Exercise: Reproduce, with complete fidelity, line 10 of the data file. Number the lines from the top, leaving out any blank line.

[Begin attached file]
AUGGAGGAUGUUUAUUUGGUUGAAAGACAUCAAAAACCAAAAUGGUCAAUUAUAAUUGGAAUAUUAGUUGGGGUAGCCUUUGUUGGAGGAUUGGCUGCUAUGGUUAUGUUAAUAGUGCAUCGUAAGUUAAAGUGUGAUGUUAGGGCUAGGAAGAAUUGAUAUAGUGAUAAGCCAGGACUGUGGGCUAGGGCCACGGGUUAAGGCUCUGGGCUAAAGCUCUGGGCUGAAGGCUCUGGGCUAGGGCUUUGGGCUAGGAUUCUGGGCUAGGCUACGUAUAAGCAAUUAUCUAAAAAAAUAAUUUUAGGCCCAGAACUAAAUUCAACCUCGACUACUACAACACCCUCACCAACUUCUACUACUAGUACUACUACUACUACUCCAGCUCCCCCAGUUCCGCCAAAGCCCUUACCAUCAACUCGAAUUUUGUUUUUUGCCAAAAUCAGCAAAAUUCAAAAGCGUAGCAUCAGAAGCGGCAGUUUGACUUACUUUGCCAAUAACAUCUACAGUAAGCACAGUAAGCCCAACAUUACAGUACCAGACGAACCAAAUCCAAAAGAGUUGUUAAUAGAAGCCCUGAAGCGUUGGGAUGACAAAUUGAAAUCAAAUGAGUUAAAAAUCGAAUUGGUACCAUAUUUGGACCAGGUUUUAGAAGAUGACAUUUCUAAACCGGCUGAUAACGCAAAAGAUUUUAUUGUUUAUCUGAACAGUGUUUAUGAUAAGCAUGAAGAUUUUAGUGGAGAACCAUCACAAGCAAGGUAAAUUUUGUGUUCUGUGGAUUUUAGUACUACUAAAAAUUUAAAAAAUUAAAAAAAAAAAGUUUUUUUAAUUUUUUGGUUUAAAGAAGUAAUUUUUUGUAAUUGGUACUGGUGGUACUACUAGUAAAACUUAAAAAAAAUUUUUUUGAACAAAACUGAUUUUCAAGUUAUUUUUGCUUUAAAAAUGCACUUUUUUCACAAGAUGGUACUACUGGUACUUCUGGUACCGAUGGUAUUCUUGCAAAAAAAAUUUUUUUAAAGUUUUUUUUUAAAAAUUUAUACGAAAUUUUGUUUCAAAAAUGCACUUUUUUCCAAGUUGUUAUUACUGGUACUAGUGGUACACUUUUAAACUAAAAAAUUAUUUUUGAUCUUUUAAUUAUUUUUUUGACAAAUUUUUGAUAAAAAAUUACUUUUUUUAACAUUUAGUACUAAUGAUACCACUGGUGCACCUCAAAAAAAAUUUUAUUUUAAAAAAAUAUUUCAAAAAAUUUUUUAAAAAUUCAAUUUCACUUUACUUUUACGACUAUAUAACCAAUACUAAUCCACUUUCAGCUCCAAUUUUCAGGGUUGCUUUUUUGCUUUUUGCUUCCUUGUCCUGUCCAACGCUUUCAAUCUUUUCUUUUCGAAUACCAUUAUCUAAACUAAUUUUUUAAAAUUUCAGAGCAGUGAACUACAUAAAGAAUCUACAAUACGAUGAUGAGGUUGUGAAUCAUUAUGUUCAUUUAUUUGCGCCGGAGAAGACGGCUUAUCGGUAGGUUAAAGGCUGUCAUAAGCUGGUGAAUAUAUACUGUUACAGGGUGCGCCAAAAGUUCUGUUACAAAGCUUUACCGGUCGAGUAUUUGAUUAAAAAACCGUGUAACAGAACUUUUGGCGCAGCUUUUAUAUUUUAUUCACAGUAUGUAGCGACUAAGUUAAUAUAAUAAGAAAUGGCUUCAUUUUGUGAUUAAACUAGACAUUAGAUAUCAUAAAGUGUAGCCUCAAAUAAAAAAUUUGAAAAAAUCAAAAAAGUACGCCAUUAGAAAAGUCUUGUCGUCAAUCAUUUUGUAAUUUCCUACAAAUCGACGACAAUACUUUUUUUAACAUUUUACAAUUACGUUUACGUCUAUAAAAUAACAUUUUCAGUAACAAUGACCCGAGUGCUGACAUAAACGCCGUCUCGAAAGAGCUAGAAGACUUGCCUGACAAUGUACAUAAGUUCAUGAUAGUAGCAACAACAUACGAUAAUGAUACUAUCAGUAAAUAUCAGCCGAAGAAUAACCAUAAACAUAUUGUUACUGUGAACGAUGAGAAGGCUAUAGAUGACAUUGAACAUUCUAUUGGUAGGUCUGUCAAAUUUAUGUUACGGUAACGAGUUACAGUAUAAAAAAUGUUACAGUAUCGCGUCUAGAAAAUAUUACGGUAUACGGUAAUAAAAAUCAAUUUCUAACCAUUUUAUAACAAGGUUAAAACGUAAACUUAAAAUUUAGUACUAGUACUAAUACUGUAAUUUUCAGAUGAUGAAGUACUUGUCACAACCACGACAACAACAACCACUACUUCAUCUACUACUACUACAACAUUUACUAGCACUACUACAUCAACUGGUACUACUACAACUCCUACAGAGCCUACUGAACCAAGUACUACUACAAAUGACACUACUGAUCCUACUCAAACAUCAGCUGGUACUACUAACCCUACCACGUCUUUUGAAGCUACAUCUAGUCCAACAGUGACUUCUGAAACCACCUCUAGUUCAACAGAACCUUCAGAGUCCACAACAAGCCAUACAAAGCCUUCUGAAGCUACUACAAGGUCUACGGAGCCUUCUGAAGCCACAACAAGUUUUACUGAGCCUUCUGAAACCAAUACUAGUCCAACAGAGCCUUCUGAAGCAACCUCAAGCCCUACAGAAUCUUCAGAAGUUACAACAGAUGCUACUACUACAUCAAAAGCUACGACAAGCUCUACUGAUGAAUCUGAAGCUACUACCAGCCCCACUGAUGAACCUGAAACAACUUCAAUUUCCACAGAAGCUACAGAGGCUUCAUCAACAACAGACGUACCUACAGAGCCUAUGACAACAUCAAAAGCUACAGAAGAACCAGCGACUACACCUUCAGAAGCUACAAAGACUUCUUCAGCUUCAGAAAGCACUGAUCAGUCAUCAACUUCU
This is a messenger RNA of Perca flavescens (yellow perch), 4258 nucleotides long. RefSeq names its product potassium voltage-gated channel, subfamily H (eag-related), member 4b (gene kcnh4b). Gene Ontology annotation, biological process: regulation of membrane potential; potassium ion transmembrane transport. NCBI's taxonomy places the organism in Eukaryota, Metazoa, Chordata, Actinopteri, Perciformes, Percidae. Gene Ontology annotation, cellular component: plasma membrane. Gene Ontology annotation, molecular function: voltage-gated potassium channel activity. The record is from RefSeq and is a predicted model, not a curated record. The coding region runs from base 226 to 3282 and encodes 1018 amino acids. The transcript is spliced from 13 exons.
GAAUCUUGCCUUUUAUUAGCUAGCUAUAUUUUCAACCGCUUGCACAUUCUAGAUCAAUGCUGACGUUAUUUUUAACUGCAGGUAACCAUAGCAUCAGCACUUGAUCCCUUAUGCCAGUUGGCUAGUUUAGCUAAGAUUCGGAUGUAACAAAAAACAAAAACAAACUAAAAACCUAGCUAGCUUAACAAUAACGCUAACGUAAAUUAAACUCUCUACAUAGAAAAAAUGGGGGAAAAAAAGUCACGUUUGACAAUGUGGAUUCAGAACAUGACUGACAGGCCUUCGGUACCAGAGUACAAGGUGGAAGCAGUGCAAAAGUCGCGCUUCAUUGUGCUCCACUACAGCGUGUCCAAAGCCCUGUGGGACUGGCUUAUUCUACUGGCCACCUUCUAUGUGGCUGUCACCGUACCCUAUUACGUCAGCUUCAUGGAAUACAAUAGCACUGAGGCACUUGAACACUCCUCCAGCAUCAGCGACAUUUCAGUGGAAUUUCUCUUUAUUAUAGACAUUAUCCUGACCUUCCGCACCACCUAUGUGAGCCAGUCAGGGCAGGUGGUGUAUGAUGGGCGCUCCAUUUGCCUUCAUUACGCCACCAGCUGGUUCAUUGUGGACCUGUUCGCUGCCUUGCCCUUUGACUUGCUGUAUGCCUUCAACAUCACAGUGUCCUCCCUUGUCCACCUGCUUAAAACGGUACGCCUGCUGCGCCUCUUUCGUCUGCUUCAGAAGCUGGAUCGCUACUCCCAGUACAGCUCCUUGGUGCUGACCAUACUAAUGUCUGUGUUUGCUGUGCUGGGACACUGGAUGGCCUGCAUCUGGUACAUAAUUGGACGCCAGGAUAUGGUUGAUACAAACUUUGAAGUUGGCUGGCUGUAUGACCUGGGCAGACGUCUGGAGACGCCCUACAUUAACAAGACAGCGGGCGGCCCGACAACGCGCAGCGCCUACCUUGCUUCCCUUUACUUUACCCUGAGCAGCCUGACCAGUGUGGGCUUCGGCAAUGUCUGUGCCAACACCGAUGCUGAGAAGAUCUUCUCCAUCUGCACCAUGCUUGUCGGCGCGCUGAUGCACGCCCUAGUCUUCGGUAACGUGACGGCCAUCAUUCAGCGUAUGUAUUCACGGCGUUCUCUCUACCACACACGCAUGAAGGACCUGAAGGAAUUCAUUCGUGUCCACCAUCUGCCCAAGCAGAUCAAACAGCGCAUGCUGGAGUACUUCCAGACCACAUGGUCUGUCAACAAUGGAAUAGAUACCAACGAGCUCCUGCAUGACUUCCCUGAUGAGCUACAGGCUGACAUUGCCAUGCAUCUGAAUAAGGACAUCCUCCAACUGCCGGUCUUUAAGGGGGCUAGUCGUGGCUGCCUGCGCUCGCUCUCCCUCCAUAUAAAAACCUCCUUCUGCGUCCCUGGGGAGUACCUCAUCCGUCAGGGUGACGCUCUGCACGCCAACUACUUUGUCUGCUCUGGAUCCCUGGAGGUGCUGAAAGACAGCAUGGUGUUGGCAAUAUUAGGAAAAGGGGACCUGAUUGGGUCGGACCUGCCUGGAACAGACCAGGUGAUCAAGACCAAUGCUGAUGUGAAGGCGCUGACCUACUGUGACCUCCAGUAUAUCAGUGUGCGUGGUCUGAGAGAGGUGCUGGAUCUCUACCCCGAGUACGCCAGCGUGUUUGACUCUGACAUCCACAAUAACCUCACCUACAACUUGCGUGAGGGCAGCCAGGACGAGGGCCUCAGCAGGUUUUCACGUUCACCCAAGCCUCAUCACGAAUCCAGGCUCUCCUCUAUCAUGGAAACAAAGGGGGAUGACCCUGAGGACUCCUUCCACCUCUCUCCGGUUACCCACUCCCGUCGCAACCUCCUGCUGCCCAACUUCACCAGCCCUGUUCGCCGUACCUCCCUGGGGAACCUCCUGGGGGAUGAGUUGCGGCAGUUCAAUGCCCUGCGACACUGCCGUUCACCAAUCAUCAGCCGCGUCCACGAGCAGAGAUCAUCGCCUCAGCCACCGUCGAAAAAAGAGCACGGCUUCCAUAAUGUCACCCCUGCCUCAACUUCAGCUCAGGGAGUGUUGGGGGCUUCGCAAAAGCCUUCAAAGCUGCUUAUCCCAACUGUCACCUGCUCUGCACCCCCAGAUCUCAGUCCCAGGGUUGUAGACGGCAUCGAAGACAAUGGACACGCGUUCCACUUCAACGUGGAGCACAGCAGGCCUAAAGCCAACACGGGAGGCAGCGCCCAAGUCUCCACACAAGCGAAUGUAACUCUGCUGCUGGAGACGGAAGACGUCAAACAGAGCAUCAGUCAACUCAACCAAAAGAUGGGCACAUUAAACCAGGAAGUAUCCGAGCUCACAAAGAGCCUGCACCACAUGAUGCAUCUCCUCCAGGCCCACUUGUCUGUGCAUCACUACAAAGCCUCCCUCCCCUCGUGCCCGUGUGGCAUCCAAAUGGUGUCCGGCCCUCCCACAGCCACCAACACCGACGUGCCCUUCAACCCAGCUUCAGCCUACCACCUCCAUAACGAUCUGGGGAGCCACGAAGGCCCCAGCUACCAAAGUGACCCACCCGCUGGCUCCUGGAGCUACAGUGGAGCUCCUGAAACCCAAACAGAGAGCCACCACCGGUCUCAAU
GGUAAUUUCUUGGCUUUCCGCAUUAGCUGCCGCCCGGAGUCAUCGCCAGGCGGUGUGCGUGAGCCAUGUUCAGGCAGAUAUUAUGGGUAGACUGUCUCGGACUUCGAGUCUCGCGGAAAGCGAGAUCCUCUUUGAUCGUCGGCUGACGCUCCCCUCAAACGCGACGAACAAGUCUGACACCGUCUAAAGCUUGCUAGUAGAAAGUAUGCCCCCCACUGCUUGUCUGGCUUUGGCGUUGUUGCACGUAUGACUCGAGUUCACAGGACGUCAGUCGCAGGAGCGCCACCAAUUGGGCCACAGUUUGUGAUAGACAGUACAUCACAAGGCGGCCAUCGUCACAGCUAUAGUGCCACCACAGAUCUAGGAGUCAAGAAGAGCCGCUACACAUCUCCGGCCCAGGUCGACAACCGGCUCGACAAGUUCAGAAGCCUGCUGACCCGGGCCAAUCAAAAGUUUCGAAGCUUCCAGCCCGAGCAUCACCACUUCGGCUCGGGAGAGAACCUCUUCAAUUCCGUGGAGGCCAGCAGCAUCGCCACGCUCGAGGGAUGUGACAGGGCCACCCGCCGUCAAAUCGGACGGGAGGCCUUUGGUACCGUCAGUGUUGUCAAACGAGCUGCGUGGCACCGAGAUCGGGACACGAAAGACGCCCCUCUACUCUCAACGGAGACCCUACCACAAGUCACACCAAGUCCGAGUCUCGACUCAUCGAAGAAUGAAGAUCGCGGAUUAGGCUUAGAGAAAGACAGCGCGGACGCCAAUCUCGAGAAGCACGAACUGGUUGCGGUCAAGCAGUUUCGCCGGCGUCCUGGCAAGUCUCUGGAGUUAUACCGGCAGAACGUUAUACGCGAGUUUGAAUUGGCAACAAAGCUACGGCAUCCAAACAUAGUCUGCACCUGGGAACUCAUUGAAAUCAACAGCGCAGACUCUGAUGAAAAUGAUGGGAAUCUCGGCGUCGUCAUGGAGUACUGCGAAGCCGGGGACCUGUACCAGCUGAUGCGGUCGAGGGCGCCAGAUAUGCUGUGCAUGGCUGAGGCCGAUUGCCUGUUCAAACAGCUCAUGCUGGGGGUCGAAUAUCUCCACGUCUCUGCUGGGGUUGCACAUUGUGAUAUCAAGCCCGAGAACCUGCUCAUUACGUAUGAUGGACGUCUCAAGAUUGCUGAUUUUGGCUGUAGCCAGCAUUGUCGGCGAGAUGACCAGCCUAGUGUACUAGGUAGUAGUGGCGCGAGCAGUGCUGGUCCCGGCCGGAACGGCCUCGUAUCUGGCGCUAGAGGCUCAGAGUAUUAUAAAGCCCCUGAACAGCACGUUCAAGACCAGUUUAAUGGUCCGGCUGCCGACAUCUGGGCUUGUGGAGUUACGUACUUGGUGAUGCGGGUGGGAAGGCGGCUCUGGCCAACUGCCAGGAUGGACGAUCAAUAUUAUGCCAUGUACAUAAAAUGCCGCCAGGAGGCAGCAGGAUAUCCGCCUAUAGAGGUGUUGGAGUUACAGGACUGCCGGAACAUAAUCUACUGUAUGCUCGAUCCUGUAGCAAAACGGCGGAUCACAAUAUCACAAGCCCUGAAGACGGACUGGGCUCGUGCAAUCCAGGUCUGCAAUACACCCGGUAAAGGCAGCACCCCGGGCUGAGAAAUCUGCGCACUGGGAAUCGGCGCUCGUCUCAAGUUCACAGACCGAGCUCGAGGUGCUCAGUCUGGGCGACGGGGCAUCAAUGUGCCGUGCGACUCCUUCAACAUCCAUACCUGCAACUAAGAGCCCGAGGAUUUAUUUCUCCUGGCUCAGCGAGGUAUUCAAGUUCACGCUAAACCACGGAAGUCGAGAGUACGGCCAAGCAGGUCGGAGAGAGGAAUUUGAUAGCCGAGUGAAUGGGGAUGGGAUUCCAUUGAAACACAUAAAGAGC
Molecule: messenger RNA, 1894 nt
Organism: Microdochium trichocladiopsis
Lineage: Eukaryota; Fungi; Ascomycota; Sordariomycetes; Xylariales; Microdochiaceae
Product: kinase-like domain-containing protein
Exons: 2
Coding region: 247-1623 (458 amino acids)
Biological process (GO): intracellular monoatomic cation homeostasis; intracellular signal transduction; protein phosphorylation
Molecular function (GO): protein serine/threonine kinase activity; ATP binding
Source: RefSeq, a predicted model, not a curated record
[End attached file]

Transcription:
Coding region: 247-1623 (458 amino acids)